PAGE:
Receiver controller 128 is also a microprocessor like transmit controller 116. It receives input from avalanche photodiode 112 through receive electronics 130. This processor can also receive input from computer 132, GPS system 134, and other communication equipment represented in the drawing at 136. The receiver controller 128 provides input to the transmit controller 116 and to speaker 138 through audio system 140.
The transceiver unit described above is capable of transmitting digital data at 100 kB/s as stated above. This information transmitted includes voice communication by the operator, directional data from the LEICA VECTOR unit and GPS data. Applicants have provided parts in the unit to connect additional sources of information from other electronic information equipment. Applicant's preferred transmission approach is to utilize pulse position modulation (PPM) in which the time interval between pulses is varied to transmit either a 1 or a 0. For example a 1 can be represented by a 10 microsecond interval between pulse rise times and a 0 can be represented by a 10.5 microsecond time interval between pulse rise times.
Audio is processed by a National Semiconductor LM4830 two way audio amplifier system 140. The microphone output is amplified by the LM4830. The audio is then filtered, compressed then digitized by the CD22357 codec processor 142. After processing in the codec processor, the digitized audio is retrieved by the transmit controller. There the digital signal is converted to a PPM code. After PPM coding the signal is sent to the laser diode driver 94 for transmission.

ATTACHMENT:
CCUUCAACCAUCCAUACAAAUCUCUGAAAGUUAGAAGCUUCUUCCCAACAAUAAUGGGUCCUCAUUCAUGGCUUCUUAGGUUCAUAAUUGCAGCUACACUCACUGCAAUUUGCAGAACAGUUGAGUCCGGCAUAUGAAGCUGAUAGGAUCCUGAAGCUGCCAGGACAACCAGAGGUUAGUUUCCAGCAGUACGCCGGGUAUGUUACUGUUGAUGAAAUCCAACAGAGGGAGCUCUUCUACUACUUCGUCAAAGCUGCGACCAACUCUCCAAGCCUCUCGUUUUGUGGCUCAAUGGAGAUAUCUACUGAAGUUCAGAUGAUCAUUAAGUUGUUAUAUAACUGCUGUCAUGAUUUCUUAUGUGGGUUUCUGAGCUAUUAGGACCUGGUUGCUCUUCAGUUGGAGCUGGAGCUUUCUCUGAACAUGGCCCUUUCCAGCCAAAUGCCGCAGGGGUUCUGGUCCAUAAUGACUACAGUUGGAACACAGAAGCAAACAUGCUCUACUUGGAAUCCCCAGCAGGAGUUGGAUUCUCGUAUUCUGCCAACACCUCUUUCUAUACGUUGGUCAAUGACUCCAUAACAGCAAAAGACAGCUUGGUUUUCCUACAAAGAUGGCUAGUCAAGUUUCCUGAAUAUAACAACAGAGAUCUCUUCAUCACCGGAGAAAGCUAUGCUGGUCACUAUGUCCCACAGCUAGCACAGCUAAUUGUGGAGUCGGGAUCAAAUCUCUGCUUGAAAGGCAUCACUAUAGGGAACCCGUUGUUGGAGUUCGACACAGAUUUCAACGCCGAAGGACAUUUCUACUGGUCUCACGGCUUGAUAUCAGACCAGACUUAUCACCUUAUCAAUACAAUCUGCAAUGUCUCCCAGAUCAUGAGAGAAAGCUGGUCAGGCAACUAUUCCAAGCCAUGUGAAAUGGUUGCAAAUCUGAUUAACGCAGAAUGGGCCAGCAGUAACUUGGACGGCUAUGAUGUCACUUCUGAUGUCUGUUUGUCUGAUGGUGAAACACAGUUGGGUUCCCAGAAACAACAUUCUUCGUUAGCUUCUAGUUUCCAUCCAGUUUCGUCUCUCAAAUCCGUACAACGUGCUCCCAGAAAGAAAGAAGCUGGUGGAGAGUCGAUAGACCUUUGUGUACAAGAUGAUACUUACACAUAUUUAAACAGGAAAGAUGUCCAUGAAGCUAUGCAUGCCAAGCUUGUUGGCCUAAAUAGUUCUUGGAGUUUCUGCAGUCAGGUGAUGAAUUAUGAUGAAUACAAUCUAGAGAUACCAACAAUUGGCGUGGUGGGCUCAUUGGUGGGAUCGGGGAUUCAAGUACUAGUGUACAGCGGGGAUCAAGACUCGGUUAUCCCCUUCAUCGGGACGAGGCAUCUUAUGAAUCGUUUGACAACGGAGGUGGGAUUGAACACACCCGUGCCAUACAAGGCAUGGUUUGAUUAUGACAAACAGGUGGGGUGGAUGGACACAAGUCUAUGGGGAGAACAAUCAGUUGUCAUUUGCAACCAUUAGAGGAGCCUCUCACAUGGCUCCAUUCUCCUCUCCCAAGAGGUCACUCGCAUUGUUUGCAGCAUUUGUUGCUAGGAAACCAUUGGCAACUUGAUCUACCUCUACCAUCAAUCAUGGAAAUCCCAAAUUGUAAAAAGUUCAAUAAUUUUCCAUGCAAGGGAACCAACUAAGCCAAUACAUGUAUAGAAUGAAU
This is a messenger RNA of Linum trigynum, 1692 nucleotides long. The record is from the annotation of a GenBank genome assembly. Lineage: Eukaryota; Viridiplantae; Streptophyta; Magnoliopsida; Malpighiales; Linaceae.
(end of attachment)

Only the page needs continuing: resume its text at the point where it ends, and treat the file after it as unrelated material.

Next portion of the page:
When the operator desires to transmit the Leica data the data is time and date stamped and is shifted from the Leica by the transmit controller through operator operation of one of the switches 142 into the transmit controller. The data is converted to a PPM coded signal then sent to the laser driver electronics 94. The Leica data is transmitted with a 16 bit header identifier that tells the receiver that it is receiving data and not voice. GPS data is transmitted as follows: The data is shifted into the receive controller via RS232 interface. It is then transferred to the transmit microcontroller which then places the data into memory with a time and date stamp on it. The data is transmitted as explained above for the Leica data. CCD camera data are digitized and stored in memory then processed as explained for the Leica data.
Data from another transceiver is detected and amplified with a Hamamatsu avalanche photodiode 112 which comes equipped with a preamp and high voltage circuitry. Receive microcontroller 128 converts the PPM format to a binary format. The controller checks coding on the transmitted information to determine the type of data sent. The integrity of transmitted data may be checked using standard techniques. The data may then be stored in memory. Data may also be transferred to computer 132. Computer data may also be transmitted from the computer through controller 128 to controller 116.
If voice data is detected it is transmitted from the receive microcontroller (after PPM to binary conversion) to the CODEC processor 142. The signal is converted in CODEC processor to audio and the dynamic range is expanded and amplified and used to operate speaker 138.
Provision can also be made for radio transmission and reception. This would be a very useful addition for those circumstances when laser communication is not possible because of severe atmospheric conditions such as heavy rain or heavy smoke or if a direct line of sight between transceivers is not possible. An RF communication link is indicated at 136 in FIG. 4. Data stored in memory units 122, 124, 144 and 145 can be shifted from controller 128 via an RS232 link into a radio transmitter such as a SINGCARS unit (SINGCARS are standard military radio units) or any one of many commercially available radio units. Voice communication could be directly through the radio unit.